There is still a lot that has yet to be discovered regarding Autism Spectrum Disorder (ASD). Although a lot of progress has been made, and we now have a better understanding than we did fifty years ago, it is still a relatively new neurodevelopmental disorder when you look at the bigger picture. Because we are still learning new things about Autism every day, there is still a lot that is unknown about it. It’s this gray area that often leads to hurtful misconceptions or speculative myths about the disorder.
In the past, we have discussed the issues with misconceptions and stereotypes surrounding Autistic Spectrum Disorder. Today, we want to discuss one of the most common and problematic myths associated with ASD: Autism violent tendencies, and aggression. Before we get into where precisely this myth started, let’s begin by stating that violent behavior is not caused by Autism, nor is it a direct side effect of the diagnosis. Now that we got that out of the way let’s dig a little deeper into the myth to properly explain why it has been debunked.
Origin of The Myth
The Autism community is an excellent place for parents to share and swap stories about their kids with ASD. If a parent is seeking advice or comfort, the supportive community can greatly help families of children with Autism. If you were to ask parents within the community about their experience with Autistic meltdowns or occasional aggressive behavior in their children, they would tell you that these instances do occur. Children can experience meltdowns or display aggressive behavior if they are in a triggering environment, but these behaviors are not violent.
So if you missed our previous article about Autistic meltdowns, then we will do a quick overview of what a meltdown is and how it compares to typical tantrums that are common in all children.
If a child with Autism experiences any type of sensory, informational, or emotional overload, it may trigger a meltdown. A meltdown can look very different for each child, but typical symptoms include signs of withdrawing, screaming, crying, growling, biting, or crawling into a ball to cry. This could be one of the reasons why people believe in the Autism violent behavior myth but it is your child’s way of expressing their emotions or their frustration.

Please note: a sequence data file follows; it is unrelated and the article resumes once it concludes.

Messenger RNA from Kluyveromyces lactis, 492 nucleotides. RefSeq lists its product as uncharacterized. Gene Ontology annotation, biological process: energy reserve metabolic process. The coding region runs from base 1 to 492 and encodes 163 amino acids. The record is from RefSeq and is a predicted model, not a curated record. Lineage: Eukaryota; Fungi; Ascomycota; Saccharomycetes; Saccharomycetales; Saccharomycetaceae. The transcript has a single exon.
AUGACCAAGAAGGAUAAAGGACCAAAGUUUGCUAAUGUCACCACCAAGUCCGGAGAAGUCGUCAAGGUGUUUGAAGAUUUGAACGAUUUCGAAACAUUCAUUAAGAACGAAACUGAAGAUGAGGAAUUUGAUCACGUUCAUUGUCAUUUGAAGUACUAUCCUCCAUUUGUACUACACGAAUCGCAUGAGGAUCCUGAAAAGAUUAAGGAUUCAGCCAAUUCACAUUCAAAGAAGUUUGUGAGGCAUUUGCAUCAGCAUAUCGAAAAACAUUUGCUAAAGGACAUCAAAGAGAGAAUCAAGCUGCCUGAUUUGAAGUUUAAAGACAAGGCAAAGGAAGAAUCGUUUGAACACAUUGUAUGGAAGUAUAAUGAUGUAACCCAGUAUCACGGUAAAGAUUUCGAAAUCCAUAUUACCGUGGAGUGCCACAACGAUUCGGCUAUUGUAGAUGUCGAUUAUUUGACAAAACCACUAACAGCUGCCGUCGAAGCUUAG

When it comes to ASD, we know that children benefit from routines and schedules so if something unexpected happens or patterns change, this might cause incredible frustration from the child. We also know that loud noises, large crowds, and even bright lights can cause sensory overload, which may also cause meltdowns or aggressive behavior.
If your child has difficulty communicating their needs to you, their frustration can manifest in more intense behavior.
Autism Violent Behavior DEBUNKED
The media often plays a part in perpetuating these myths, and this is especially true for violent behavior in Autism. There have been several cases where a few troubled individuals commit heinous acts, and they just happen also to have Autism, and the media runs wild with it. The most infamous example would be the tragic events that took place at Sandy Hook Elementary School in 2012. It was widely speculated and even reported that the gunman had Aspergers, which caused a lot of people to question the role that Aspergers played in his terrible and violent behavior - this was before 2013, so Aspergers was still a form of Autism and still a recognized medical diagnosis. Many people within the Autism community felt a shift in the public perception of individuals with Autism after this isolated incident. There have been a few other similar cases, but studies have shown no connection between violent behavior and ASD. One study found that general violence in individuals with Autism was extremely rare, and found that if anything, people with Autism are likely to be the victims of violence or bullying.
If you hear a myth about something, it’s important to do your own research to get to the bottom of it...after all, they are called myths for a reason. When it comes to autism violent behavior, we can consider this myth to be DEBUNKED. Just because a child is frustrated or overwhelmed does not mean that they are showing signs of aggression or violent behavior.
If you are a parent to a child with Autism and would like tips or strategies to help your child cope or handle their frustration differently, you can talk to your ABA or physician. But it’s critical that you do not associate your child’s frustration with violence.